Working with Chery Nelson, Mayflower’s activities director, Tucker and Service Learning Work Study student Monica Knaack ’17 revitalized a defunct program called Adopt-a-Grandparent. The premise was simple: match Grinnell College students with Mayflower residents to form mutually fulfilling friendships.
Today, Adopt-a-Grandparent’s 23 student-resident pairs are flourishing. Students are required to make a biweekly commitment to visiting their “adopted grands,” but they are free to spend that time however they choose. Some students bring instruments and bond over music. Others go on bike rides or share a cup of coffee with their resident. Above all, they listen and learn.
“So far, interacting with my adopted grand has been nothing short of a blessing,” says Brandon DeBella ’19, who joined the program last fall. “He has so much to share with me about his life and his way of seeing the world, and he is eager to hear all about my life as a student and a young adult in a context that is so different from his own when he was my age.
“I feel as though we as a society do not turn to our elders for advice and friendship, and that is something I am committed to doing and modeling for my fellow students,” DeBella says.
Nelson agrees. “Our seniors have so much to share, and nobody to listen,” she says. “But when they connect with young people, and hear about their hopes and dreams, they feel young again.
“Knowing that College students care makes our residents feel valued and vital. And students — especially those whose grandparents have passed or live far away — get to experience a cross-generational friendship that they otherwise might not have,” she says.
Music and Memory
One of the most exciting frontiers in Alzheimer’s and dementia research is the discovery of the impact that music has on the aging brain. Documentaries like Alive Inside chronicle the myriad ways that music benefits seniors with dementia: it evokes emotions that trigger memories, fosters emotional closeness, and can help shift mood, manage stress, and stimulate positive interaction.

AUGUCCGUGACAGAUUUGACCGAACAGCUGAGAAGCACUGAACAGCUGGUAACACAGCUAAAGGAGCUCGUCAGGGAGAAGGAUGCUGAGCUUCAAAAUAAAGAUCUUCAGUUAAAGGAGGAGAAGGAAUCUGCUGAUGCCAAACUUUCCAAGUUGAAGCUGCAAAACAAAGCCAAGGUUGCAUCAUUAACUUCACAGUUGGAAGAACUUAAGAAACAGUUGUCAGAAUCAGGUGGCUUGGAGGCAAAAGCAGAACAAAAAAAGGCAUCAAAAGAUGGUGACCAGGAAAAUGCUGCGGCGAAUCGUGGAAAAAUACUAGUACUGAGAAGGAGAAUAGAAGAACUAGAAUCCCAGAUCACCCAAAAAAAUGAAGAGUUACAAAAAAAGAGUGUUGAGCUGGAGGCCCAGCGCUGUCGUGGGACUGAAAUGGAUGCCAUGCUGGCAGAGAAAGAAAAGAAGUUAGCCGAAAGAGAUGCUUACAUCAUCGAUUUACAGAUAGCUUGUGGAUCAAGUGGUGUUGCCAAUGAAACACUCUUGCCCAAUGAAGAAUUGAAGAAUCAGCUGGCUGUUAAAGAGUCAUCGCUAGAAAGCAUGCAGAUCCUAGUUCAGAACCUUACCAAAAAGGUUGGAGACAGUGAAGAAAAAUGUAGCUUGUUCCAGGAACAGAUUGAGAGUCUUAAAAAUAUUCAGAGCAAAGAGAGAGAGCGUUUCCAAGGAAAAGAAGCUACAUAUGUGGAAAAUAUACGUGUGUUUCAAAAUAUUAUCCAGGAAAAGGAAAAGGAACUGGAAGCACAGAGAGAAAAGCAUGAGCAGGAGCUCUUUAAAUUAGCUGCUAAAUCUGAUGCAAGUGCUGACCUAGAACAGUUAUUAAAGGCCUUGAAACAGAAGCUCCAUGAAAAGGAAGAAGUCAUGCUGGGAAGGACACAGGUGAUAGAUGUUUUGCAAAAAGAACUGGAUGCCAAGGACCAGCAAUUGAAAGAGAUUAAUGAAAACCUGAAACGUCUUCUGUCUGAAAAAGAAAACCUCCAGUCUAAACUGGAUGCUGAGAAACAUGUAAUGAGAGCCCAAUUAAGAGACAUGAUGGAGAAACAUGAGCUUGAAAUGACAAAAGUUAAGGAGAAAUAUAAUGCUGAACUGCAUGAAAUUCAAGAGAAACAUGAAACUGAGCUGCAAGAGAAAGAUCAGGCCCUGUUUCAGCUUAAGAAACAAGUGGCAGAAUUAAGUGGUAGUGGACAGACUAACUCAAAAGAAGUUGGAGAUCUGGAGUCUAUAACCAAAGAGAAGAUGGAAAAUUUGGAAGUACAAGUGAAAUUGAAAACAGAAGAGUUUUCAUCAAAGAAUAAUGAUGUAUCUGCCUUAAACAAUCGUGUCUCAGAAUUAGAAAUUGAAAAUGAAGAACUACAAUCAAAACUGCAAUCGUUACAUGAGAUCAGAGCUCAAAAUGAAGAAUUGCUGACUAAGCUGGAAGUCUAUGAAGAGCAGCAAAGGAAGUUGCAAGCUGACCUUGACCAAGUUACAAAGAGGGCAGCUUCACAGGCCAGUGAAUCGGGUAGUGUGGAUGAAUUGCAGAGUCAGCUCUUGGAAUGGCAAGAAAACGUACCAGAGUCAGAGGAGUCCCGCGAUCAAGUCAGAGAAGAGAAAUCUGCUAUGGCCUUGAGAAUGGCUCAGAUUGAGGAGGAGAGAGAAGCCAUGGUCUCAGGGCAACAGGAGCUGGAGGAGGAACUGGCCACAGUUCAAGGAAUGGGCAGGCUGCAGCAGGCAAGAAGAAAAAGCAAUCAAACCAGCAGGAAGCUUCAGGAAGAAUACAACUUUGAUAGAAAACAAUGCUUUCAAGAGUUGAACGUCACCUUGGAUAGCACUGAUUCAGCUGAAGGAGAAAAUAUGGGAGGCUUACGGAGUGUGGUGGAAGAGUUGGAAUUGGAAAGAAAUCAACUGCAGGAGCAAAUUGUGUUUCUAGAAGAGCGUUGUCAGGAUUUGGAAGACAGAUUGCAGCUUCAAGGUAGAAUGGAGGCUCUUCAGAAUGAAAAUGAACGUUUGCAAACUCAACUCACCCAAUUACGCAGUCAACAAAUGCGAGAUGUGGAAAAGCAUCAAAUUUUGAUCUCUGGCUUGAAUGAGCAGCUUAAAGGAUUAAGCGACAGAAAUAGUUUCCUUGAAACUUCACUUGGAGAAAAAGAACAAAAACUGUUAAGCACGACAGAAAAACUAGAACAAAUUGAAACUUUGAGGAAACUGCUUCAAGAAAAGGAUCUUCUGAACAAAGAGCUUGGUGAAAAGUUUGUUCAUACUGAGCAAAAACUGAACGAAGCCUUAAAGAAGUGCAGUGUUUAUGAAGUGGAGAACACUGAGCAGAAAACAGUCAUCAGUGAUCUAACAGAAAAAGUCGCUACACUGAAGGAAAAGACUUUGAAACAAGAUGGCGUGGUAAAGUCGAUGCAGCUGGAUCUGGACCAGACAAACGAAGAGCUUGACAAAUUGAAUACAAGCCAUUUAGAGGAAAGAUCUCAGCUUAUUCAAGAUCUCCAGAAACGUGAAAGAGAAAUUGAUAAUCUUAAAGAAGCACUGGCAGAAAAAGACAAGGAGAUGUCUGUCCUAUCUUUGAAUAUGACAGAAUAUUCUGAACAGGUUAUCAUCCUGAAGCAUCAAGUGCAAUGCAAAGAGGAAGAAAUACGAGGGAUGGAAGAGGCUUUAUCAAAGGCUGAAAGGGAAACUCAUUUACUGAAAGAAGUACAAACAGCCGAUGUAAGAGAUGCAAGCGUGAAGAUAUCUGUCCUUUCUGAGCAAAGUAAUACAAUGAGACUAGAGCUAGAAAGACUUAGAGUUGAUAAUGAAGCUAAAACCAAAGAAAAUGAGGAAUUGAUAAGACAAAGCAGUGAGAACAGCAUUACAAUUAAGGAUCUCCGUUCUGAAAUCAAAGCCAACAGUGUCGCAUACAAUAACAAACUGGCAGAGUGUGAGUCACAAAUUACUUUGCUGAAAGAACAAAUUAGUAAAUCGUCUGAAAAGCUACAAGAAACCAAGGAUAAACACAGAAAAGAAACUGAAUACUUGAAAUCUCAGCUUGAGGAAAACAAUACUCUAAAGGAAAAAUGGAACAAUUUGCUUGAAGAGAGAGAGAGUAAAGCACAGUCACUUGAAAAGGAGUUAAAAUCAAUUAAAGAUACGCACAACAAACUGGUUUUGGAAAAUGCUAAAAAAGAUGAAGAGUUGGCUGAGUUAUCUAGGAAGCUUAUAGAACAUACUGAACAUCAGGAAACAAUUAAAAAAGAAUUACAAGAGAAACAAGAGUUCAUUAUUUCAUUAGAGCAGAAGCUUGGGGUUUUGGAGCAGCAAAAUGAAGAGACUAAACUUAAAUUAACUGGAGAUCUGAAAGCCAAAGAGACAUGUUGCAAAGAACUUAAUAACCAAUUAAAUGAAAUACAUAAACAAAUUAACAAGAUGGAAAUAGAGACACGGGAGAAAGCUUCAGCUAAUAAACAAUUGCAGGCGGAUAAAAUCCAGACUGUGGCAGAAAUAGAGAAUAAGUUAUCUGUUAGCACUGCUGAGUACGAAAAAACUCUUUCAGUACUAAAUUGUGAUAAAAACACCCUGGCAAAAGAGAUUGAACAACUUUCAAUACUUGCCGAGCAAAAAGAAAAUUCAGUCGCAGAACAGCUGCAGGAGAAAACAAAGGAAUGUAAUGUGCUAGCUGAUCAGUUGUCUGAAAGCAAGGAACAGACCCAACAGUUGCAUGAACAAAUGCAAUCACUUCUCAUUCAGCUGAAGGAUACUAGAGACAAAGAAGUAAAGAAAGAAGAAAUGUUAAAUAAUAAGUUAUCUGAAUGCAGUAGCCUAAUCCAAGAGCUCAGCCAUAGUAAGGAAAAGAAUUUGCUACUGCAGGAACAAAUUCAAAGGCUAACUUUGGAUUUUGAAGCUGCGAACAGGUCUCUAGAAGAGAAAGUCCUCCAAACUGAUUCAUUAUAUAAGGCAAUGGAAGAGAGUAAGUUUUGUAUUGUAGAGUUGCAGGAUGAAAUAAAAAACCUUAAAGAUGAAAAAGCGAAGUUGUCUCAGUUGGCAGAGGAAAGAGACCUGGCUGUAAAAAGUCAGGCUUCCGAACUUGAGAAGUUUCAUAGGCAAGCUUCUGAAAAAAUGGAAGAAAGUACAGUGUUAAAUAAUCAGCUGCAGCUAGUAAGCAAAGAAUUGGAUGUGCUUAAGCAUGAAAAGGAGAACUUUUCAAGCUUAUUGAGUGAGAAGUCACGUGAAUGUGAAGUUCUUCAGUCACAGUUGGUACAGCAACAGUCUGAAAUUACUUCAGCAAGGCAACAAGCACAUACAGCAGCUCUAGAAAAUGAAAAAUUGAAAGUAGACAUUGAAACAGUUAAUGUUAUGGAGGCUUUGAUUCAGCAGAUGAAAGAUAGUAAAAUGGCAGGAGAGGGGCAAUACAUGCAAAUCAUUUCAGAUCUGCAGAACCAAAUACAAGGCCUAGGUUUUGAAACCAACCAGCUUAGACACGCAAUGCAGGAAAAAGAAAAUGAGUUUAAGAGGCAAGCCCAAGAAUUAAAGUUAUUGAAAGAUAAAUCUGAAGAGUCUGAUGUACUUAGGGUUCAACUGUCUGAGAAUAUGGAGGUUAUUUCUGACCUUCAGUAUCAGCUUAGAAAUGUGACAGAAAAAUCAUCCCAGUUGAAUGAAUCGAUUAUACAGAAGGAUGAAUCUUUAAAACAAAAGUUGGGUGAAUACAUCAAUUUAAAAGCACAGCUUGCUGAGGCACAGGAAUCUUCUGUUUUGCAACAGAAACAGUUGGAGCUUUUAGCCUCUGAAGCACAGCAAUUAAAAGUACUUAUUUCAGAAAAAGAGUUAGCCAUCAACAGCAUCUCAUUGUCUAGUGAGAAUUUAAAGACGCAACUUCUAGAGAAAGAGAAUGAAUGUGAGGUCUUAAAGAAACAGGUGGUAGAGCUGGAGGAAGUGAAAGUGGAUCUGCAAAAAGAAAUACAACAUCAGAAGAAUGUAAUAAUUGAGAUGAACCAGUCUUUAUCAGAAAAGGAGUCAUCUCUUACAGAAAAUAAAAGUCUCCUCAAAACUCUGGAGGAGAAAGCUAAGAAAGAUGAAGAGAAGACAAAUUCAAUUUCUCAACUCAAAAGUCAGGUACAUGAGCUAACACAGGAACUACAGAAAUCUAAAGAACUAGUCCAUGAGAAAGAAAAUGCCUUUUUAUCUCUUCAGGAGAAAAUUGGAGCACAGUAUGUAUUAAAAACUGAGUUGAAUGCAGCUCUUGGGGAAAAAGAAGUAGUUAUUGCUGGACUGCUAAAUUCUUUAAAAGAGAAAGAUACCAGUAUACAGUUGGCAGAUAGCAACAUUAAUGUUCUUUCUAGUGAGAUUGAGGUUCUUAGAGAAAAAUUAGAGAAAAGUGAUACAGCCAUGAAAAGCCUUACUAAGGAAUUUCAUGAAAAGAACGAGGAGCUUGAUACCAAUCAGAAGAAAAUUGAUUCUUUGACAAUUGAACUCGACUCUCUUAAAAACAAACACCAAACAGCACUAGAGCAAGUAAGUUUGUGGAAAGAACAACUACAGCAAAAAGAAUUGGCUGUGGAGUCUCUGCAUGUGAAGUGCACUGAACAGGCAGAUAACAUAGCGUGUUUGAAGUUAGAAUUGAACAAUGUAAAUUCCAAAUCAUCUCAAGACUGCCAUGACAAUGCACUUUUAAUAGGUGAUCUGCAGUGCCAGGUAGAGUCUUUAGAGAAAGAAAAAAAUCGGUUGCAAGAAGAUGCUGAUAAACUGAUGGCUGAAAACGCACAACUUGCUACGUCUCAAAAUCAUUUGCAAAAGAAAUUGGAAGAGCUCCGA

John Christian Rommereim, Blanche Johnson professor of music, and the Grinnell Singers are bringing those findings to life for Mayflower residents. In fall 2016, Rommereim and the Singers began hosting pop-up concerts around the facility. Their entire repertoire is resident-requested, and during the informal concerts, residents often stand up and sing along.
Meanwhile, Adopt-a-Grandparent students have been programming iPod shuffles for residents in the health center and memory care units. With input from Nelson and residents’ families, students create personalized playlists designed to evoke positive feelings and nostalgic memories. The iPods are donated by the Mayflower Residents Association.
“Our residents are thrilled with the iPods,” says Nelson, “and they are excited about all of the opportunities to interact with college students, musically and otherwise.
“Intergenerational connections are enriching to all. It’s truly a win-win situation.”
Learn more about opportunities to get involved with the Service and Social Innovation Program as a student. Additional resources for students and non-students alike can be found through the Office of Community Enhancement and Engagement.